Re: Proposed refinements to HTML 3.0: motivations

Daniel W. Connolly (
Thu, 23 Nov 1995 23:48:41 -0500

Message-Id: <>
Subject: Re: Proposed refinements to HTML 3.0: motivations 
In-Reply-To: Your message of "Fri, 24 Nov 1995 01:31:20 +0100."
Date: Thu, 23 Nov 1995 23:48:41 -0500
From: "Daniel W. Connolly" <>

In message <01HY05817LMQ0047G1@IPDUNIVX.UNIPD.IT>, MEZZETTI@pdmat1.math.unipd.i
t writes:
>I wish to propose some emendations to HTML Version 3.0.

Note that the March '94 HTML 3.0 draft is out-of-date.
We're not really looking for comments on that document.
If you have a proposal, you should submit it as a
stand-alone proposal, not an ammendment to an old

For details see:

An excertp follows:

Q: What's the relationship between the the W3 Consortium, HTML 2.0,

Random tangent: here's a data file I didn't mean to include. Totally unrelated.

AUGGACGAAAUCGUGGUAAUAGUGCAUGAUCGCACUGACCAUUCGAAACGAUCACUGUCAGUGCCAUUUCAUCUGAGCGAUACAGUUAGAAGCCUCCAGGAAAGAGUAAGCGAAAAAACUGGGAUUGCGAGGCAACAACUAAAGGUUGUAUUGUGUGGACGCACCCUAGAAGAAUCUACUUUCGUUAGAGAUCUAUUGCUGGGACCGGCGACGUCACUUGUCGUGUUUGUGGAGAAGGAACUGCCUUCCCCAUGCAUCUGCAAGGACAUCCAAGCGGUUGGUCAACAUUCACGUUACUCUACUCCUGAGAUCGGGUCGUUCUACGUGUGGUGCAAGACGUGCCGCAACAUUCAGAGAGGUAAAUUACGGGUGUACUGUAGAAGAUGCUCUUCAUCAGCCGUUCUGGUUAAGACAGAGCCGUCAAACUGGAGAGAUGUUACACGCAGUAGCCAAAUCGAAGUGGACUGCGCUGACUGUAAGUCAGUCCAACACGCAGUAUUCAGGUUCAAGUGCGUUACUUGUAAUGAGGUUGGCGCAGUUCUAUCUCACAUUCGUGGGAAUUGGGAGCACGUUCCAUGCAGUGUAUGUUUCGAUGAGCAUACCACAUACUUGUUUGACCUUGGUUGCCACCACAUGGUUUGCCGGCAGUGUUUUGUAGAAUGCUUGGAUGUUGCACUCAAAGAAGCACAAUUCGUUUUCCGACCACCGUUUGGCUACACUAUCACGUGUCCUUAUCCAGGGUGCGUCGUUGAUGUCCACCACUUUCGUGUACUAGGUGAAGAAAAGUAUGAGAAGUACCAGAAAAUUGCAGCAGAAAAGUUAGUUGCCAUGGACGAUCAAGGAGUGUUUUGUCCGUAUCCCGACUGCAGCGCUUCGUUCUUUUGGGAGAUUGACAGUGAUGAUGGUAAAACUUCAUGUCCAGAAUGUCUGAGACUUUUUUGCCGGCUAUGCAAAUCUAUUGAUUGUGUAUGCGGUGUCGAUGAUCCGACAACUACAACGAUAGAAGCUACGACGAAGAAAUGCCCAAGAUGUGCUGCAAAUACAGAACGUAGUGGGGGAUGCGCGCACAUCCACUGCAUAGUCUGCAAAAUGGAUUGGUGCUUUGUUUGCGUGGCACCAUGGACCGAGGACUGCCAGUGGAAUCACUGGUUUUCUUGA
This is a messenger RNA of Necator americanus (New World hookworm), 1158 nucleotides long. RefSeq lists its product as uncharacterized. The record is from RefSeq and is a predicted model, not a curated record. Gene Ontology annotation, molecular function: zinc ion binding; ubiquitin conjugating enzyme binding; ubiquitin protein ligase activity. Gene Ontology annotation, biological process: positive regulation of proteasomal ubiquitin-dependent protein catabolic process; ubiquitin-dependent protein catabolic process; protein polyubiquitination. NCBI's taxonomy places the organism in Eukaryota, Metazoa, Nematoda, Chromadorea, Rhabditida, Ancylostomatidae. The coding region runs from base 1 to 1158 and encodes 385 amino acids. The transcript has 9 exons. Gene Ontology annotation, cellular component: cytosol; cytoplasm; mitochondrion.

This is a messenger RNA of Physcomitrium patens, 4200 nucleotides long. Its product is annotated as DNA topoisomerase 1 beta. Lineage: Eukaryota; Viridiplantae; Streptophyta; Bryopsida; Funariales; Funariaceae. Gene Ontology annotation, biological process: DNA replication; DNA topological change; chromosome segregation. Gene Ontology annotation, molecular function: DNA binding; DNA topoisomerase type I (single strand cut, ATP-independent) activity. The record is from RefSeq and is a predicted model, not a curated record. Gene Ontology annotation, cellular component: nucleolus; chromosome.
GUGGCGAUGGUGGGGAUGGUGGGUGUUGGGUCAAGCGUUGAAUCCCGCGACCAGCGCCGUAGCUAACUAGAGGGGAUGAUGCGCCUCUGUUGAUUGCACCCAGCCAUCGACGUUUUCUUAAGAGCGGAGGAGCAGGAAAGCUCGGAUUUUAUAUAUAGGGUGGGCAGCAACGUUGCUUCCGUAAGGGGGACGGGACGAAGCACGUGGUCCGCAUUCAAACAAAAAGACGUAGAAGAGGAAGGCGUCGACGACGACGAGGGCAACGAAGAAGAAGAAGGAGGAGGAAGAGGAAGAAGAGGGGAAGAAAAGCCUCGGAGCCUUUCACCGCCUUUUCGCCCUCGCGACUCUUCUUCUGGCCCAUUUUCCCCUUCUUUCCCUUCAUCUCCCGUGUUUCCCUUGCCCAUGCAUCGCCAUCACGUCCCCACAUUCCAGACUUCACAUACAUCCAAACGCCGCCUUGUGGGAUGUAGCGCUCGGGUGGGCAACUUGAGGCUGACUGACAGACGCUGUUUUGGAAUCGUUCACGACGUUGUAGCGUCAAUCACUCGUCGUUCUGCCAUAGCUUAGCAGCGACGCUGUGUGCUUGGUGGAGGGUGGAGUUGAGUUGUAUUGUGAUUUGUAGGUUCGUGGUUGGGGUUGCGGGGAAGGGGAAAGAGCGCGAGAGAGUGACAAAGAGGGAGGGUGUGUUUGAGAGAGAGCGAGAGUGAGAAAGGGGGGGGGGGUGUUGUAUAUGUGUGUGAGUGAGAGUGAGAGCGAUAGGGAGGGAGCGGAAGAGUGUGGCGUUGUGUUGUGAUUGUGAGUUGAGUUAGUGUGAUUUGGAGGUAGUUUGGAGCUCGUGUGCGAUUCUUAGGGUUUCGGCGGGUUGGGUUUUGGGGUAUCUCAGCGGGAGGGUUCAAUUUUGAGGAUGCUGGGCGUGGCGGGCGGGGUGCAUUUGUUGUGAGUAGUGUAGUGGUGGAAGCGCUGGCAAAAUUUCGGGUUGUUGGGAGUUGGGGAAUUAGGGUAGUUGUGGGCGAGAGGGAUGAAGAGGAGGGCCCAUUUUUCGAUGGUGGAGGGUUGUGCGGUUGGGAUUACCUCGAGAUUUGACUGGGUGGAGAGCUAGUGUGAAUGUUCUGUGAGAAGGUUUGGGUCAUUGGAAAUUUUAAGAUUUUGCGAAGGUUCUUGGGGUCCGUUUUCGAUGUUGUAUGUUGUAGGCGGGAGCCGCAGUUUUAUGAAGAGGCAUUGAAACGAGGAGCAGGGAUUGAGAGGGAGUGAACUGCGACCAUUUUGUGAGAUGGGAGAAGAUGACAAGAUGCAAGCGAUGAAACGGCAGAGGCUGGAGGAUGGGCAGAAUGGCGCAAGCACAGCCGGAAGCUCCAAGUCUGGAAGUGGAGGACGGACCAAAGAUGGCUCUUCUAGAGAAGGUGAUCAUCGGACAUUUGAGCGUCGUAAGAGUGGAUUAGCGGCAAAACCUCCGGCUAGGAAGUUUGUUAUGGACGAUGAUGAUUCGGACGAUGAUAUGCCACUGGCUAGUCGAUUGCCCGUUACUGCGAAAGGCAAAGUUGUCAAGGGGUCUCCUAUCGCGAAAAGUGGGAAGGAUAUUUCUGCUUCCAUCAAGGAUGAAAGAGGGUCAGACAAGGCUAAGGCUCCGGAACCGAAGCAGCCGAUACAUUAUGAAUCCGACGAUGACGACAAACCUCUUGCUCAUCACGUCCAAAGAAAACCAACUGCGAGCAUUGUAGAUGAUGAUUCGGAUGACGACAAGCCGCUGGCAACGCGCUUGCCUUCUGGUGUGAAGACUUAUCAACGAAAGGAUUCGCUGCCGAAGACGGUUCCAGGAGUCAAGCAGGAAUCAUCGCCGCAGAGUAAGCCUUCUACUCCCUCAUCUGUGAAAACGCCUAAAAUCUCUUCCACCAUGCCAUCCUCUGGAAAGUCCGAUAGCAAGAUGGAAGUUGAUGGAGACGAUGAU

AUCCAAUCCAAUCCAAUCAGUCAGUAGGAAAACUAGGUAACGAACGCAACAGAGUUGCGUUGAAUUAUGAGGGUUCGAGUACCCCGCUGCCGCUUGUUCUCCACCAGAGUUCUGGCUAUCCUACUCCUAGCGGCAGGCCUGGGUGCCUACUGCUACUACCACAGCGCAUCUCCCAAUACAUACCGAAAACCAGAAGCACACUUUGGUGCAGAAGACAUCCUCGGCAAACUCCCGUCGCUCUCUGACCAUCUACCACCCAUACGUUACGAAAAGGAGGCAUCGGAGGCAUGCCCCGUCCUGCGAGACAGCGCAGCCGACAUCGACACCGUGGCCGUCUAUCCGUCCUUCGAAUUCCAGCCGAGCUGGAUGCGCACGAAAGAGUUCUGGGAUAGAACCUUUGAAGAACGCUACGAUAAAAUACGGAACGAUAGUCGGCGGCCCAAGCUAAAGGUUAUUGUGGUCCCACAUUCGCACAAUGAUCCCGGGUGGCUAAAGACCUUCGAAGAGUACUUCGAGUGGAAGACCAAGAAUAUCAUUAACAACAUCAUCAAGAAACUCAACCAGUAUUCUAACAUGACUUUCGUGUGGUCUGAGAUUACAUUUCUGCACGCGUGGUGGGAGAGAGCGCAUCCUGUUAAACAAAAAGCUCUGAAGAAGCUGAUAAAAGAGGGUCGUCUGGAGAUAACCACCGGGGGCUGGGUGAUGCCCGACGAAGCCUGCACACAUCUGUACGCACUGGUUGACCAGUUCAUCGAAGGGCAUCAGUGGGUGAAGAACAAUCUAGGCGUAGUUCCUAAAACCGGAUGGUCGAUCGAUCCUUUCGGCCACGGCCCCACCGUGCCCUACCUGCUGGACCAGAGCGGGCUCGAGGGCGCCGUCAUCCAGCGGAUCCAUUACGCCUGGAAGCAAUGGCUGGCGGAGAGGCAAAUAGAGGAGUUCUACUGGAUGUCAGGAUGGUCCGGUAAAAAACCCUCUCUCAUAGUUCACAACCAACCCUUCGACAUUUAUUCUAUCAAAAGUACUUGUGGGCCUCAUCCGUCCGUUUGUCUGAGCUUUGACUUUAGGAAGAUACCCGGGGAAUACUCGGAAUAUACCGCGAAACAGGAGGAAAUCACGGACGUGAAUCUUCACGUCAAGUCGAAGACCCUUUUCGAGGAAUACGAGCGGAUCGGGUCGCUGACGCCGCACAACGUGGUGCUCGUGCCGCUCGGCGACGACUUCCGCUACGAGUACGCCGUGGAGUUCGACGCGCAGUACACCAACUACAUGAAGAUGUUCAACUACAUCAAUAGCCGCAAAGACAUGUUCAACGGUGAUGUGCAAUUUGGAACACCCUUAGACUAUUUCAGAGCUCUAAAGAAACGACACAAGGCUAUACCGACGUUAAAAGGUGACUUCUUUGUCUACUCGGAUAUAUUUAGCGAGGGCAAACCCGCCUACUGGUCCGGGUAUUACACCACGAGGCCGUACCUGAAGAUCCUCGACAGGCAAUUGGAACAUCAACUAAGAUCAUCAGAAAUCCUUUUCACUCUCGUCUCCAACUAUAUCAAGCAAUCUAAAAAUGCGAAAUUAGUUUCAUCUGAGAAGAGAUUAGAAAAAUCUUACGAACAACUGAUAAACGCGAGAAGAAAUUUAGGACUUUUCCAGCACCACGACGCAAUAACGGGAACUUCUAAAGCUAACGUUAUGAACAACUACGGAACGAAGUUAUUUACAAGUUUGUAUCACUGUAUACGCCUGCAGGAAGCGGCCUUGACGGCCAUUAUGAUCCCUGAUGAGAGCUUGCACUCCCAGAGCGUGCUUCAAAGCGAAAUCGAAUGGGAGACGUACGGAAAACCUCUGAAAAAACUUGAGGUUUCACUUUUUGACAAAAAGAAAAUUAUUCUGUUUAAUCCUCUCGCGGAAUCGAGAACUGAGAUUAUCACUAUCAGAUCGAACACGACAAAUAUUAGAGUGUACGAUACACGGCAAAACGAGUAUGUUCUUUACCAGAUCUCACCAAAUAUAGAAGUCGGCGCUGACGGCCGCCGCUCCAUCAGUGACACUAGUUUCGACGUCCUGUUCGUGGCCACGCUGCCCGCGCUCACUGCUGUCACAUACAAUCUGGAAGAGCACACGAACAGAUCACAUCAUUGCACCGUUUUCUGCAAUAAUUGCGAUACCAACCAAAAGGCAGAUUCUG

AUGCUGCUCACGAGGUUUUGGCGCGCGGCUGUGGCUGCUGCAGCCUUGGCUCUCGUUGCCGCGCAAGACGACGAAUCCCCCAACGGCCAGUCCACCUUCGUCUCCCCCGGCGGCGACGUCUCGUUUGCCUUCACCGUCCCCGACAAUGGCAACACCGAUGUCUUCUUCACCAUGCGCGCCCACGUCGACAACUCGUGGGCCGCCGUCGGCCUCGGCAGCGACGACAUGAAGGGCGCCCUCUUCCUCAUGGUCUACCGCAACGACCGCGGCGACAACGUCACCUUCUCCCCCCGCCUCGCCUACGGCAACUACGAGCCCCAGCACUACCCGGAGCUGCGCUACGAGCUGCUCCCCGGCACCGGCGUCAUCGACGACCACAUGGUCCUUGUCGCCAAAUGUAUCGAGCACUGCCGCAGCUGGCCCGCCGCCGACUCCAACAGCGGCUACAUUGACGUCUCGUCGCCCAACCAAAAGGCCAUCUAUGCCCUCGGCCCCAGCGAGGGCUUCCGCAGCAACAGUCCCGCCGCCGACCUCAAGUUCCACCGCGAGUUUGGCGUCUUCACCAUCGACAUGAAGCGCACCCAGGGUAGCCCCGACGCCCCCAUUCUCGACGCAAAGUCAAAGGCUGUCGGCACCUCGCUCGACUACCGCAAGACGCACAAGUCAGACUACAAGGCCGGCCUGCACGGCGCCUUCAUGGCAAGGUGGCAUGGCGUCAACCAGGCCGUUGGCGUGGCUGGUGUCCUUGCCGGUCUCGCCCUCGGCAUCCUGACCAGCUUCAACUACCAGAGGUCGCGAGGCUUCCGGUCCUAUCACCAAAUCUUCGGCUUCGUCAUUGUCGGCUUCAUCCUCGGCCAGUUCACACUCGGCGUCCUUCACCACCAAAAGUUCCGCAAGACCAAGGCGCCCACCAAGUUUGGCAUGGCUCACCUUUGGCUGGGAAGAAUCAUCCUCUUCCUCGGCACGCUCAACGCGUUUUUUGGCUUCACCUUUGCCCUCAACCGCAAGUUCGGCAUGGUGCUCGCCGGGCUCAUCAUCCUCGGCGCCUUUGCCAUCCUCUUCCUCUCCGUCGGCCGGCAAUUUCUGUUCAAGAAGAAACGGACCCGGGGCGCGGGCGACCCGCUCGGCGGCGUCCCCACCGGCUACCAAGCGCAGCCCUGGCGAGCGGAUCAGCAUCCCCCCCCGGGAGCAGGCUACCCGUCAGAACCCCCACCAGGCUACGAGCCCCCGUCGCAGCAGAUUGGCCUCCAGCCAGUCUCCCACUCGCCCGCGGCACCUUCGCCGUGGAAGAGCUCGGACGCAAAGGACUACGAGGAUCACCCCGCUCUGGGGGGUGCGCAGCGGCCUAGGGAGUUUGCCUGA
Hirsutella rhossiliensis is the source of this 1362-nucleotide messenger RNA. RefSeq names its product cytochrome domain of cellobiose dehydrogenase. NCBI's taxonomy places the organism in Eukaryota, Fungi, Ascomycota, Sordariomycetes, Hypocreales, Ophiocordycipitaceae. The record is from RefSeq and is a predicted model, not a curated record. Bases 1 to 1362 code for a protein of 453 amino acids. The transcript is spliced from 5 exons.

HTML+, HTML 3.0, the HTML working group of the IETF, and services like
the HalSoft HTML validation service and BrowserCaps?

A: They are all part of the W3 Consortium's plan to lead the
development of HTML.

The HTML 2.0 Standard, sets a baseline for reliable interoperability
on the web and rigorously defines HTML as an SGML application.

The HTML working group of the IETF, originally organized by Dan
Connolly, provides a completely open forum where all interested
parties -- W3C, software vendors, and other organizations and
individuals alike -- can propose and/or review HTML
specifications. The HTML 2.0 specification has extensively reviewed in
this context, and ratified as an IETF Proposed Standard, RFC 1866.

The HTML+ discussion document and the HTML 3.0 draft specification are
snapshots of Dave Raggett's vision of the future of HTML. Those
documents are obsolete, but Dr. Raggett is now the lead architect on
the HTML project at W3C and the HTML 3 feature set is undergoing
extensive testing, refinement, and review.

The features set forth in those drafts bring the critical features of
conventional desktop publishing technology to HTML, without
sacrificing device independence. The proposals also accomodate
extensibility through stylesheets and embedded objects (aka applets).